According to Martha Lockie, the co-creator of IntoMeSea and an avid meditator for 42 years, it’s best to keep meditation as simple as possible in the beginning. The goal is to get comfortable settling into your body and mind to allow yourself to benefit from meditation. Here, Lockie provides an easy step-by-step guide.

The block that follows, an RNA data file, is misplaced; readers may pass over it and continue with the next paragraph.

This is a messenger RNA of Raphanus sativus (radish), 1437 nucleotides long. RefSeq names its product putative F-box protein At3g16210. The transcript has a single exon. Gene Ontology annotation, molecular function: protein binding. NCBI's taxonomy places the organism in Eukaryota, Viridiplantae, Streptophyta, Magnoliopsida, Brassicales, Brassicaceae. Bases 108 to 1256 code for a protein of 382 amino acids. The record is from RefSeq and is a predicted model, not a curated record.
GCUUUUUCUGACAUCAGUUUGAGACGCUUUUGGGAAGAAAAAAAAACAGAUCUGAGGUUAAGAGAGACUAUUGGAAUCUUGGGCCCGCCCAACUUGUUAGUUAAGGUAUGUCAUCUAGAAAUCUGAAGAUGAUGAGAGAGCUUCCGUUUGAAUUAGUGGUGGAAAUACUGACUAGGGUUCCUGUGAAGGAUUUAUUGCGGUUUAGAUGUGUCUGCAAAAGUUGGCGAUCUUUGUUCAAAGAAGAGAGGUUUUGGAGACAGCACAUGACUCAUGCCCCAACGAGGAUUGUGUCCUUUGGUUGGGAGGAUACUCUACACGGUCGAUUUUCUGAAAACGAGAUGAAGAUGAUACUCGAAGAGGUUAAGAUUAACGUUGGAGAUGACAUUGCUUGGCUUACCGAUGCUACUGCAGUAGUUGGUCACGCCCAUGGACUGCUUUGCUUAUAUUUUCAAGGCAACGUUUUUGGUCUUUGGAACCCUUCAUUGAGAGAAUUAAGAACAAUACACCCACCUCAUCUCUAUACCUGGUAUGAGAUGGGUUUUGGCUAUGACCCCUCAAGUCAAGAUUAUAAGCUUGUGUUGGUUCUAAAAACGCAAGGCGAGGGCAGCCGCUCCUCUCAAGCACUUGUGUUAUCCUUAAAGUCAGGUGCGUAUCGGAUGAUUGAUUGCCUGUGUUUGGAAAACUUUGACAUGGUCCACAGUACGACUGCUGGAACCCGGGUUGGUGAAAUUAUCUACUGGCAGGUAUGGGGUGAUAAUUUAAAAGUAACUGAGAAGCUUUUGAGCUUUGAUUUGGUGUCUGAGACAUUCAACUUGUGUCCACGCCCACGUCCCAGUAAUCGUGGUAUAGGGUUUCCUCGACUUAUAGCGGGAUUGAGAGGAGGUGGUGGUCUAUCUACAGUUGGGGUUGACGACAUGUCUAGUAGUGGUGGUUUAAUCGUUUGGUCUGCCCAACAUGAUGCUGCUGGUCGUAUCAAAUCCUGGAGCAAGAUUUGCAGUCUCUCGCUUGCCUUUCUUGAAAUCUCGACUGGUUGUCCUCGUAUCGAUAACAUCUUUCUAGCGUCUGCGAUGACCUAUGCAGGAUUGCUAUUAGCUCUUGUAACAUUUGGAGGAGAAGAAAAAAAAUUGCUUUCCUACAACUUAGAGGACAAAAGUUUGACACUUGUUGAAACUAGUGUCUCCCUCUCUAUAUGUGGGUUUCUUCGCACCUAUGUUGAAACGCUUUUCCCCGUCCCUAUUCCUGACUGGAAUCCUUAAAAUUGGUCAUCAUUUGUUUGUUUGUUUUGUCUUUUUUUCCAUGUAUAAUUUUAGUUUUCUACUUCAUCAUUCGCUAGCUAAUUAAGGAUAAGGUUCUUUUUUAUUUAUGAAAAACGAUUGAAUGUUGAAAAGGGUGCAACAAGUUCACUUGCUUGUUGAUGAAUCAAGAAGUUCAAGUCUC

First, find a quiet place in the home. Turn off your phone (if you’re not using a guided meditation app) and ensure you won’t be disturbed by pets or other houseguests. Next, get comfortable. Lockie says the best position is in a chair with your back straight and your feet on the floor. This can be with a meditation pillow or chair. Then, gather everything you need for your meditation sanctuary. This could anything from crystals and blankets to a candle, a journal, etc. (More on this below!) These items create the ritual associated with establishing a meditation practice and everything that goes along with it. Now, begin breathing in a slow, deep fashion. With each exhale, feel your body sinking down with gravity. Put your attention at the back of your head, above your ears and well behind your eyes. Go back further than you think you should. Create a personal space here; make it your own. Next, place your attention at the bottom of your feet. As you breathe in, feel yourself pulling energy up from the center of the earth. Feel warm, slow earth energy traveling up your feet and legs to your hips on each inhale. Repeat this over and over. This is what is known as grounding, and is the foundation for any lasting meditation practice. Now, focus on a circle around your physical body. Lockie suggests imagining it two feet above, below, to the left and the right. See and feel it anchored and connected to the center of the Earth, however that looks to you. There is no right or wrong way. Return again to placing your attention in your meditation sanctuary. Focus again on the bottom of your feet, being grounded and on the exhale, reestablish the anchor you intuited dropping back into the center of the Earth. Breathe and repeat the process. Watch what comes up for you. Lockie says that trying to ‘empty the mind’ is a non-attainable feat and breeds frustration. Instead, stay in the back of the head, ground with the feet flat on the floor and continue to anchor and visualize. There are countless types of meditation — from breathwork and visualization to walking meditation and many others. This is one of the most important things to remember about getting into the art of meditation: If one method doesn’t click for you, try another. Here, experts outline a few of the most widely practiced.